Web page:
Date of Completion
Janet Barnes-Farrell and Ruth Braunstein
Field of Study
Master of Science
In today’s competitive environment, organizations and researchers alike are placing increasing emphasis on the role of communication and, more specifically, employee voice at work. However, much less is known about workplace mistreatment as an antecedent factor that might hinder this important workplace asset. The current research examined a specific antecedent factor, workplace incivility, and its effects on constructive voice and engagement using a transactional stress theory framework. Currently, no research has investigated the potential for a connection between incivility and constructive voice, limiting our current understanding of their relationship. In an initial study, psychological safety and appraisals of control were examined as parallel mechanisms by which incivility experiences may serve as a barrier to constructive employee voice. Although psychological safety mediated the relationship between incivility and constructive voice, the results were less clear for appraisals of control. A second study extended these findings by examining an expanded set of cognitive appraisals and the additional role of supervisor openness to voice in the proposed relationships. Overall, the results suggest that there is a complex relationship between incivility and constructive voice and that this may have implications for employees’ engagement at work.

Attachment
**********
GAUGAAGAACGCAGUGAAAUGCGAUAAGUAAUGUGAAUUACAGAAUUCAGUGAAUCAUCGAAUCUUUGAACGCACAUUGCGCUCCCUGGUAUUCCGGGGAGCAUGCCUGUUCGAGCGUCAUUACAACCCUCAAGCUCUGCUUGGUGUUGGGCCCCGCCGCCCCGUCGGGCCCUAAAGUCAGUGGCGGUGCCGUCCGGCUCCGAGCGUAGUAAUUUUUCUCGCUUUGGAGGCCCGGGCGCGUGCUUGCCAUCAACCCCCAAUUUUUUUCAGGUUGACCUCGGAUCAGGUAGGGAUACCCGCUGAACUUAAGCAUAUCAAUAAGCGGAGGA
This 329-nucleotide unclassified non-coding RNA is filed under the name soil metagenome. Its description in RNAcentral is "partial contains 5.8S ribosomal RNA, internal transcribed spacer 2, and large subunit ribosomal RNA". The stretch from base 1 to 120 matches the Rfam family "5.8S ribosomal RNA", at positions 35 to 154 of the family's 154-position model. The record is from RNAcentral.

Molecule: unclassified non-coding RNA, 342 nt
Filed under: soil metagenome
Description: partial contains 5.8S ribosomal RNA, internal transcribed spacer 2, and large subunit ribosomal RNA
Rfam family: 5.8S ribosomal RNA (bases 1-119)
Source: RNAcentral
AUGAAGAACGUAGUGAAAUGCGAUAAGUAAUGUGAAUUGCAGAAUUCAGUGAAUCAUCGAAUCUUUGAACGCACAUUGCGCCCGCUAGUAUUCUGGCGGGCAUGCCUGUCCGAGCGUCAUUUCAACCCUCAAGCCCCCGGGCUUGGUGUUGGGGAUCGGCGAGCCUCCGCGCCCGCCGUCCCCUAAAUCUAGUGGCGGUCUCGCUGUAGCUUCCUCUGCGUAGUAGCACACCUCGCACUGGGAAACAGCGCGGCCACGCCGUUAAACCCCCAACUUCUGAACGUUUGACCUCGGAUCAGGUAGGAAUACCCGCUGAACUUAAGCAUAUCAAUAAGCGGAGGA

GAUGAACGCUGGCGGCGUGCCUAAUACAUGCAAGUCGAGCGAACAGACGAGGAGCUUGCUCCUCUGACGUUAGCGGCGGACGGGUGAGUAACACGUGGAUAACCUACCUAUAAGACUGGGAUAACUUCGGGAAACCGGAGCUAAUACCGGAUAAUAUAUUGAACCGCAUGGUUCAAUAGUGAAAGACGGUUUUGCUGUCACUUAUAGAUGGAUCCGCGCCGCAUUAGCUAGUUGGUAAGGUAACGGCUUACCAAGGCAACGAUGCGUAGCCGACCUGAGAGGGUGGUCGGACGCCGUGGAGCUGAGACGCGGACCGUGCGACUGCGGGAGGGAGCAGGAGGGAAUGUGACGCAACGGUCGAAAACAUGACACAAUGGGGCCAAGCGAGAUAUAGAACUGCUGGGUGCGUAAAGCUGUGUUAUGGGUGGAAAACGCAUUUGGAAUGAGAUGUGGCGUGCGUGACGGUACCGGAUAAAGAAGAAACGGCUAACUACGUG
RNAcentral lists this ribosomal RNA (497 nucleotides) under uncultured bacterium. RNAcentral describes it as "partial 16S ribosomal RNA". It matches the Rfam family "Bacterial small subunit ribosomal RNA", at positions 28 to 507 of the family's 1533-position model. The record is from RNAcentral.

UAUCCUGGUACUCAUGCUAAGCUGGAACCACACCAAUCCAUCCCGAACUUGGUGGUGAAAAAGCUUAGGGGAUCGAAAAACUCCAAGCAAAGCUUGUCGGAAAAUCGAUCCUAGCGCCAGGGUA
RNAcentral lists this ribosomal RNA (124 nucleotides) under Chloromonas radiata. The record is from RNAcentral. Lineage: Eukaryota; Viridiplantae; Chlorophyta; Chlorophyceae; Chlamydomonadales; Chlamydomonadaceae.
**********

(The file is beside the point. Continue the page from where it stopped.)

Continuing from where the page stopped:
Nelson, Kerri C., "Incivility as a Communication Barrier: The Effects of Incivility Experiences, Appraisals, and Context on Employees’ Constructive Voice Behavior" (2016). Master's Theses. 956.
Vicki J. Magley